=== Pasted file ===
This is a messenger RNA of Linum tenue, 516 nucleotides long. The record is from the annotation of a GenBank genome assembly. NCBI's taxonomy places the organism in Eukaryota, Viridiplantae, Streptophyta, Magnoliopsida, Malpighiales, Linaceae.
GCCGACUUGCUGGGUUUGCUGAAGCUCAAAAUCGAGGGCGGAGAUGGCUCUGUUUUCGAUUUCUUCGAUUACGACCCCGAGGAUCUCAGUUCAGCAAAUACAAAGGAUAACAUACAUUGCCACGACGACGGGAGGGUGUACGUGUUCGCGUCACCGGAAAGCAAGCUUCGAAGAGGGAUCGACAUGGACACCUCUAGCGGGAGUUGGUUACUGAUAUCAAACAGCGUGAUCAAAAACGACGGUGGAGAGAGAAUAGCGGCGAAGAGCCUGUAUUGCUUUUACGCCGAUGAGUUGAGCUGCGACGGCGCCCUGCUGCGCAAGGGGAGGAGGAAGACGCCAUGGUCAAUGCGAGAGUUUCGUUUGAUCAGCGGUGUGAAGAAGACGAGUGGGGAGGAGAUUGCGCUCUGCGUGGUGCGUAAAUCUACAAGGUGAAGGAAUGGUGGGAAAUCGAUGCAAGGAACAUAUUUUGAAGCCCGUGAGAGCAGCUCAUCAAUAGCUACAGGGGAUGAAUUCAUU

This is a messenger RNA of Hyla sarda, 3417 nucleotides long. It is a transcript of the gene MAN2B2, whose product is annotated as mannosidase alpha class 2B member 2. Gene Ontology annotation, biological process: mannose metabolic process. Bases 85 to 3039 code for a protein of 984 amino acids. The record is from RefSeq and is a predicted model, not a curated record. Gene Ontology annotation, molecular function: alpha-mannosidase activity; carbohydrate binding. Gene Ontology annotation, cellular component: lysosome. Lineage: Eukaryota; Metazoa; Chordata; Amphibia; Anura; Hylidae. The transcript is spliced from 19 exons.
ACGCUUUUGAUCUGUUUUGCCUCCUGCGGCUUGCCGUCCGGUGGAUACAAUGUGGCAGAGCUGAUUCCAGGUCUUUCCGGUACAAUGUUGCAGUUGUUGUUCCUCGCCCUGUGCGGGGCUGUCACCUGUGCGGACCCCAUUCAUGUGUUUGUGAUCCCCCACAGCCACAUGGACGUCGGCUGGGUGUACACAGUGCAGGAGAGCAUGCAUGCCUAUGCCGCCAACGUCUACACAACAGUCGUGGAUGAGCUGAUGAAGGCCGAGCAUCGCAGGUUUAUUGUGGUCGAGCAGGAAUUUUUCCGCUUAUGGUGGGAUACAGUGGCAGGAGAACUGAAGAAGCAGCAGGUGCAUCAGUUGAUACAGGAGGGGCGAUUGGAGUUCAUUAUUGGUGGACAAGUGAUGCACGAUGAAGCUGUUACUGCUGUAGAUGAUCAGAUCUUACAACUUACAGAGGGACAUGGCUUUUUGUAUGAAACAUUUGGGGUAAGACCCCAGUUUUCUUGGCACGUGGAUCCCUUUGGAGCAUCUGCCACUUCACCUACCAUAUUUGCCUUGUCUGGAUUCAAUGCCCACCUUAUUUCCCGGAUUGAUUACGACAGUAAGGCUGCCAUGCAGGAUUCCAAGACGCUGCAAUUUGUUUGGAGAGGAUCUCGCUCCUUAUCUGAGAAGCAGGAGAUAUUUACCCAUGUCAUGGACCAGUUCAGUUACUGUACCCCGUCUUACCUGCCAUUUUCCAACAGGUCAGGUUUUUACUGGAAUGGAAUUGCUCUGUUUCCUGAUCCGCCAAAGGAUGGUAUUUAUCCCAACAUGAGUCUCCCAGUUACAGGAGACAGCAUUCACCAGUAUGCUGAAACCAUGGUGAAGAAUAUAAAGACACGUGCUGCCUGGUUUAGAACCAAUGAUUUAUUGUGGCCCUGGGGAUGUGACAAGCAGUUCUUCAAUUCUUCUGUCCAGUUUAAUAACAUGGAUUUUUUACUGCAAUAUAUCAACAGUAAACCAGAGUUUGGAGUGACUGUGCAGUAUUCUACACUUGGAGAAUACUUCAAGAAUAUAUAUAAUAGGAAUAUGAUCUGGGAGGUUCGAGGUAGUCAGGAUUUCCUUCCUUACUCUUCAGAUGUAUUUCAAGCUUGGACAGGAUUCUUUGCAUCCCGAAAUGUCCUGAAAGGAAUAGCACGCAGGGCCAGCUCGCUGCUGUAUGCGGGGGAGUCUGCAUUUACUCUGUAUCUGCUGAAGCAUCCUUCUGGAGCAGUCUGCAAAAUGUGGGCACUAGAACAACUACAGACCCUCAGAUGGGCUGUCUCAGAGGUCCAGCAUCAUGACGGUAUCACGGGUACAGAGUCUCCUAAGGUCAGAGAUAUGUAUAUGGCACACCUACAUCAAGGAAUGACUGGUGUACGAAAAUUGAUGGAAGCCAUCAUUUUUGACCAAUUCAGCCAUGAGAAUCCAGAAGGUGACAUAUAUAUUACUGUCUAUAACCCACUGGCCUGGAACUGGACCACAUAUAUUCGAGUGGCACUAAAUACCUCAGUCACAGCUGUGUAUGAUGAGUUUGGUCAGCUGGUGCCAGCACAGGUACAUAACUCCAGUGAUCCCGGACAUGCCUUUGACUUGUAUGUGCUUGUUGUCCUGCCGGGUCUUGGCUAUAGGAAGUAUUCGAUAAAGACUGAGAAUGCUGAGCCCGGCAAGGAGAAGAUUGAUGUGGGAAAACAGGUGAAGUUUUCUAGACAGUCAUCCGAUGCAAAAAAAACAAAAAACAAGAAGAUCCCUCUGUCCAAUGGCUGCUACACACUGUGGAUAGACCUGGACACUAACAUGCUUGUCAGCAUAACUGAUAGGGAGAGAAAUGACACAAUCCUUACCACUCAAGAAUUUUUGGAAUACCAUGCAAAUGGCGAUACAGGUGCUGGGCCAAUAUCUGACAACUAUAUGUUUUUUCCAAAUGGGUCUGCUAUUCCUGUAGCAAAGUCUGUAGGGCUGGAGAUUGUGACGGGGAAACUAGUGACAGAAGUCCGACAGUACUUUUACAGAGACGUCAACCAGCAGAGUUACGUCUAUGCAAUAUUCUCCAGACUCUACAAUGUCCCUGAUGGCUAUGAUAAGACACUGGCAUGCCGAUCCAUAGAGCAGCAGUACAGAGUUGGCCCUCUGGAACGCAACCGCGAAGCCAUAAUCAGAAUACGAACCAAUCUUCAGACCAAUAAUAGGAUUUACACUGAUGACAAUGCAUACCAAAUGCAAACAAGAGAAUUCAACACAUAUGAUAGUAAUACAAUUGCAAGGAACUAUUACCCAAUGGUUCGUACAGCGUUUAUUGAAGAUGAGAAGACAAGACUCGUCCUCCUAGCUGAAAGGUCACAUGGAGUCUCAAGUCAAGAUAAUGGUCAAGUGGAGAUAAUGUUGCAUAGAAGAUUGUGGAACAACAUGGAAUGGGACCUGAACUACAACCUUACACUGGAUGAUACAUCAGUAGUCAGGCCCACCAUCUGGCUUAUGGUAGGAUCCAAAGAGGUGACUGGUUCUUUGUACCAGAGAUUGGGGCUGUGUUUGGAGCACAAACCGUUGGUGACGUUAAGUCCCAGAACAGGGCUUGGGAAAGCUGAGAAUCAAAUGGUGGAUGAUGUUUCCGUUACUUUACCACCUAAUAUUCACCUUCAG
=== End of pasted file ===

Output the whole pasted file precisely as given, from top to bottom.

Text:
This is a messenger RNA of Linum tenue, 516 nucleotides long. The record is from the annotation of a GenBank genome assembly. NCBI's taxonomy places the organism in Eukaryota, Viridiplantae, Streptophyta, Magnoliopsida, Malpighiales, Linaceae.
GCCGACUUGCUGGGUUUGCUGAAGCUCAAAAUCGAGGGCGGAGAUGGCUCUGUUUUCGAUUUCUUCGAUUACGACCCCGAGGAUCUCAGUUCAGCAAAUACAAAGGAUAACAUACAUUGCCACGACGACGGGAGGGUGUACGUGUUCGCGUCACCGGAAAGCAAGCUUCGAAGAGGGAUCGACAUGGACACCUCUAGCGGGAGUUGGUUACUGAUAUCAAACAGCGUGAUCAAAAACGACGGUGGAGAGAGAAUAGCGGCGAAGAGCCUGUAUUGCUUUUACGCCGAUGAGUUGAGCUGCGACGGCGCCCUGCUGCGCAAGGGGAGGAGGAAGACGCCAUGGUCAAUGCGAGAGUUUCGUUUGAUCAGCGGUGUGAAGAAGACGAGUGGGGAGGAGAUUGCGCUCUGCGUGGUGCGUAAAUCUACAAGGUGAAGGAAUGGUGGGAAAUCGAUGCAAGGAACAUAUUUUGAAGCCCGUGAGAGCAGCUCAUCAAUAGCUACAGGGGAUGAAUUCAUU

This is a messenger RNA of Hyla sarda, 3417 nucleotides long. It is a transcript of the gene MAN2B2, whose product is annotated as mannosidase alpha class 2B member 2. Gene Ontology annotation, biological process: mannose metabolic process. Bases 85 to 3039 code for a protein of 984 amino acids. The record is from RefSeq and is a predicted model, not a curated record. Gene Ontology annotation, molecular function: alpha-mannosidase activity; carbohydrate binding. Gene Ontology annotation, cellular component: lysosome. Lineage: Eukaryota; Metazoa; Chordata; Amphibia; Anura; Hylidae. The transcript is spliced from 19 exons.
ACGCUUUUGAUCUGUUUUGCCUCCUGCGGCUUGCCGUCCGGUGGAUACAAUGUGGCAGAGCUGAUUCCAGGUCUUUCCGGUACAAUGUUGCAGUUGUUGUUCCUCGCCCUGUGCGGGGCUGUCACCUGUGCGGACCCCAUUCAUGUGUUUGUGAUCCCCCACAGCCACAUGGACGUCGGCUGGGUGUACACAGUGCAGGAGAGCAUGCAUGCCUAUGCCGCCAACGUCUACACAACAGUCGUGGAUGAGCUGAUGAAGGCCGAGCAUCGCAGGUUUAUUGUGGUCGAGCAGGAAUUUUUCCGCUUAUGGUGGGAUACAGUGGCAGGAGAACUGAAGAAGCAGCAGGUGCAUCAGUUGAUACAGGAGGGGCGAUUGGAGUUCAUUAUUGGUGGACAAGUGAUGCACGAUGAAGCUGUUACUGCUGUAGAUGAUCAGAUCUUACAACUUACAGAGGGACAUGGCUUUUUGUAUGAAACAUUUGGGGUAAGACCCCAGUUUUCUUGGCACGUGGAUCCCUUUGGAGCAUCUGCCACUUCACCUACCAUAUUUGCCUUGUCUGGAUUCAAUGCCCACCUUAUUUCCCGGAUUGAUUACGACAGUAAGGCUGCCAUGCAGGAUUCCAAGACGCUGCAAUUUGUUUGGAGAGGAUCUCGCUCCUUAUCUGAGAAGCAGGAGAUAUUUACCCAUGUCAUGGACCAGUUCAGUUACUGUACCCCGUCUUACCUGCCAUUUUCCAACAGGUCAGGUUUUUACUGGAAUGGAAUUGCUCUGUUUCCUGAUCCGCCAAAGGAUGGUAUUUAUCCCAACAUGAGUCUCCCAGUUACAGGAGACAGCAUUCACCAGUAUGCUGAAACCAUGGUGAAGAAUAUAAAGACACGUGCUGCCUGGUUUAGAACCAAUGAUUUAUUGUGGCCCUGGGGAUGUGACAAGCAGUUCUUCAAUUCUUCUGUCCAGUUUAAUAACAUGGAUUUUUUACUGCAAUAUAUCAACAGUAAACCAGAGUUUGGAGUGACUGUGCAGUAUUCUACACUUGGAGAAUACUUCAAGAAUAUAUAUAAUAGGAAUAUGAUCUGGGAGGUUCGAGGUAGUCAGGAUUUCCUUCCUUACUCUUCAGAUGUAUUUCAAGCUUGGACAGGAUUCUUUGCAUCCCGAAAUGUCCUGAAAGGAAUAGCACGCAGGGCCAGCUCGCUGCUGUAUGCGGGGGAGUCUGCAUUUACUCUGUAUCUGCUGAAGCAUCCUUCUGGAGCAGUCUGCAAAAUGUGGGCACUAGAACAACUACAGACCCUCAGAUGGGCUGUCUCAGAGGUCCAGCAUCAUGACGGUAUCACGGGUACAGAGUCUCCUAAGGUCAGAGAUAUGUAUAUGGCACACCUACAUCAAGGAAUGACUGGUGUACGAAAAUUGAUGGAAGCCAUCAUUUUUGACCAAUUCAGCCAUGAGAAUCCAGAAGGUGACAUAUAUAUUACUGUCUAUAACCCACUGGCCUGGAACUGGACCACAUAUAUUCGAGUGGCACUAAAUACCUCAGUCACAGCUGUGUAUGAUGAGUUUGGUCAGCUGGUGCCAGCACAGGUACAUAACUCCAGUGAUCCCGGACAUGCCUUUGACUUGUAUGUGCUUGUUGUCCUGCCGGGUCUUGGCUAUAGGAAGUAUUCGAUAAAGACUGAGAAUGCUGAGCCCGGCAAGGAGAAGAUUGAUGUGGGAAAACAGGUGAAGUUUUCUAGACAGUCAUCCGAUGCAAAAAAAACAAAAAACAAGAAGAUCCCUCUGUCCAAUGGCUGCUACACACUGUGGAUAGACCUGGACACUAACAUGCUUGUCAGCAUAACUGAUAGGGAGAGAAAUGACACAAUCCUUACCACUCAAGAAUUUUUGGAAUACCAUGCAAAUGGCGAUACAGGUGCUGGGCCAAUAUCUGACAACUAUAUGUUUUUUCCAAAUGGGUCUGCUAUUCCUGUAGCAAAGUCUGUAGGGCUGGAGAUUGUGACGGGGAAACUAGUGACAGAAGUCCGACAGUACUUUUACAGAGACGUCAACCAGCAGAGUUACGUCUAUGCAAUAUUCUCCAGACUCUACAAUGUCCCUGAUGGCUAUGAUAAGACACUGGCAUGCCGAUCCAUAGAGCAGCAGUACAGAGUUGGCCCUCUGGAACGCAACCGCGAAGCCAUAAUCAGAAUACGAACCAAUCUUCAGACCAAUAAUAGGAUUUACACUGAUGACAAUGCAUACCAAAUGCAAACAAGAGAAUUCAACACAUAUGAUAGUAAUACAAUUGCAAGGAACUAUUACCCAAUGGUUCGUACAGCGUUUAUUGAAGAUGAGAAGACAAGACUCGUCCUCCUAGCUGAAAGGUCACAUGGAGUCUCAAGUCAAGAUAAUGGUCAAGUGGAGAUAAUGUUGCAUAGAAGAUUGUGGAACAACAUGGAAUGGGACCUGAACUACAACCUUACACUGGAUGAUACAUCAGUAGUCAGGCCCACCAUCUGGCUUAUGGUAGGAUCCAAAGAGGUGACUGGUUCUUUGUACCAGAGAUUGGGGCUGUGUUUGGAGCACAAACCGUUGGUGACGUUAAGUCCCAGAACAGGGCUUGGGAAAGCUGAGAAUCAAAUGGUGGAUGAUGUUUCCGUUACUUUACCACCUAAUAUUCACCUUCAG